U.S. Sentor David Vitter of Louisiana is looking for a way to quickly kill a government program that pays for cell phones for low income Americans.
Vitter has introduced legislation to end the program that some call "Obama Phones."
He says the Lifeline Program, introduced in 1984, was originally about expanding land line phone service to rural areas and low income households, but has morphed into something very different.
"Now all of sudden it's a free cell phone program," Vitter objected. "The cost has gone from a very modest cost to $2.3 billion a year."
Vitter says the program has lacked proper oversight, and is now riddled with fraud and abuse. He says the Lifeline program no longer addresses its primary mission, and his bill would return it to that original purpose--while protecting taxpayers from future excessive government handouts.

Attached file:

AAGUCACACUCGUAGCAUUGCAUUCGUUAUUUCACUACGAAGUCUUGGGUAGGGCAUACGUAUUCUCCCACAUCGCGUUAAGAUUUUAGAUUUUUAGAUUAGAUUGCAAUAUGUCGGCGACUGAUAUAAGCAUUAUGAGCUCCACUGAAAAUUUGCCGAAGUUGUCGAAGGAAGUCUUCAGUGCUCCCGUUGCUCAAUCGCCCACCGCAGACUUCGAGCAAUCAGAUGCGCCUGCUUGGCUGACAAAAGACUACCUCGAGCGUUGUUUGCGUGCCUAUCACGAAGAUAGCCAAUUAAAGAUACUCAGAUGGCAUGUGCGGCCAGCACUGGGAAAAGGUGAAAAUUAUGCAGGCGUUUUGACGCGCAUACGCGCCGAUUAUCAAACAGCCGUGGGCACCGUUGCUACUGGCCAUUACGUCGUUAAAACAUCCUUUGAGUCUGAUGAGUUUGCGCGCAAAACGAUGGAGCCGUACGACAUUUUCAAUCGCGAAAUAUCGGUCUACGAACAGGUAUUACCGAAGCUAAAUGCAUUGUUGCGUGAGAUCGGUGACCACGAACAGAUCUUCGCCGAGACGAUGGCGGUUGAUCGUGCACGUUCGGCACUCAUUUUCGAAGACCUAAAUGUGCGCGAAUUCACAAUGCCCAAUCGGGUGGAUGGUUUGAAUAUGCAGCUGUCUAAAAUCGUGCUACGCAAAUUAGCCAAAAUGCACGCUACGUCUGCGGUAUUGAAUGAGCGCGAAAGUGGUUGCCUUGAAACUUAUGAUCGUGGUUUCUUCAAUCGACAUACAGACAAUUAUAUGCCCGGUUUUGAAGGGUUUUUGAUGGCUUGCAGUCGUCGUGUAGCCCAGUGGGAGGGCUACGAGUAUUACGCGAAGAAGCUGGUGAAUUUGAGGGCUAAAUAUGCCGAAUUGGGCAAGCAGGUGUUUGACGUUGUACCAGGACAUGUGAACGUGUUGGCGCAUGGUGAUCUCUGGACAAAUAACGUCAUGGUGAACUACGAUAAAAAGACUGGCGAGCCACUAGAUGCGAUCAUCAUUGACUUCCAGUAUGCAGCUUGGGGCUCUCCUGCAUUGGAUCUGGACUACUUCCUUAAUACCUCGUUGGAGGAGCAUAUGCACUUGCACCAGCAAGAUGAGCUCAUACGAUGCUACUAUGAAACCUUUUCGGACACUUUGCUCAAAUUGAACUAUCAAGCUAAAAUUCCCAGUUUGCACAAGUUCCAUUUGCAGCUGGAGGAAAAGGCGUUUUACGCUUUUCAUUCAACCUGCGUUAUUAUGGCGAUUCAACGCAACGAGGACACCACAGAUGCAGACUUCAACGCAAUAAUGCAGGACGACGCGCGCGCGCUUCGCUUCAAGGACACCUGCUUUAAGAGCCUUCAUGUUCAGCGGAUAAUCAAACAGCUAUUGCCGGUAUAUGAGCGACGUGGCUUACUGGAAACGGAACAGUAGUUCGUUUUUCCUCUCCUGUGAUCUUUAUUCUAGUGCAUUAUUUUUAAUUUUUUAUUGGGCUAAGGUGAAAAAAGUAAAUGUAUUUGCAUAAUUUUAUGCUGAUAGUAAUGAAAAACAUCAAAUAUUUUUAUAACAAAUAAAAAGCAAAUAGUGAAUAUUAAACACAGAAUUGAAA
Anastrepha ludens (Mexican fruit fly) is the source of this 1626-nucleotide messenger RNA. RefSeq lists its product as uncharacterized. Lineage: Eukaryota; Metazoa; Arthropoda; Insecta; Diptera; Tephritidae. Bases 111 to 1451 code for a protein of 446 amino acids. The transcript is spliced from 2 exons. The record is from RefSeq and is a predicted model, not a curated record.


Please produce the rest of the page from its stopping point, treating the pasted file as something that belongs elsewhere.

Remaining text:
The Senator says he will also try to attach the legislation to another "must-pass" bill in the Senate to try and get it passed quickly.
Supporters of the program say poor Americans need a cell phone to help them find and keep a job, call 911 and for other reason.
The FCC's website says Lifeline is "to ensure that all Americans have the opportunities and security that phone service brings, including being able to connect to jobs, family and emergency services."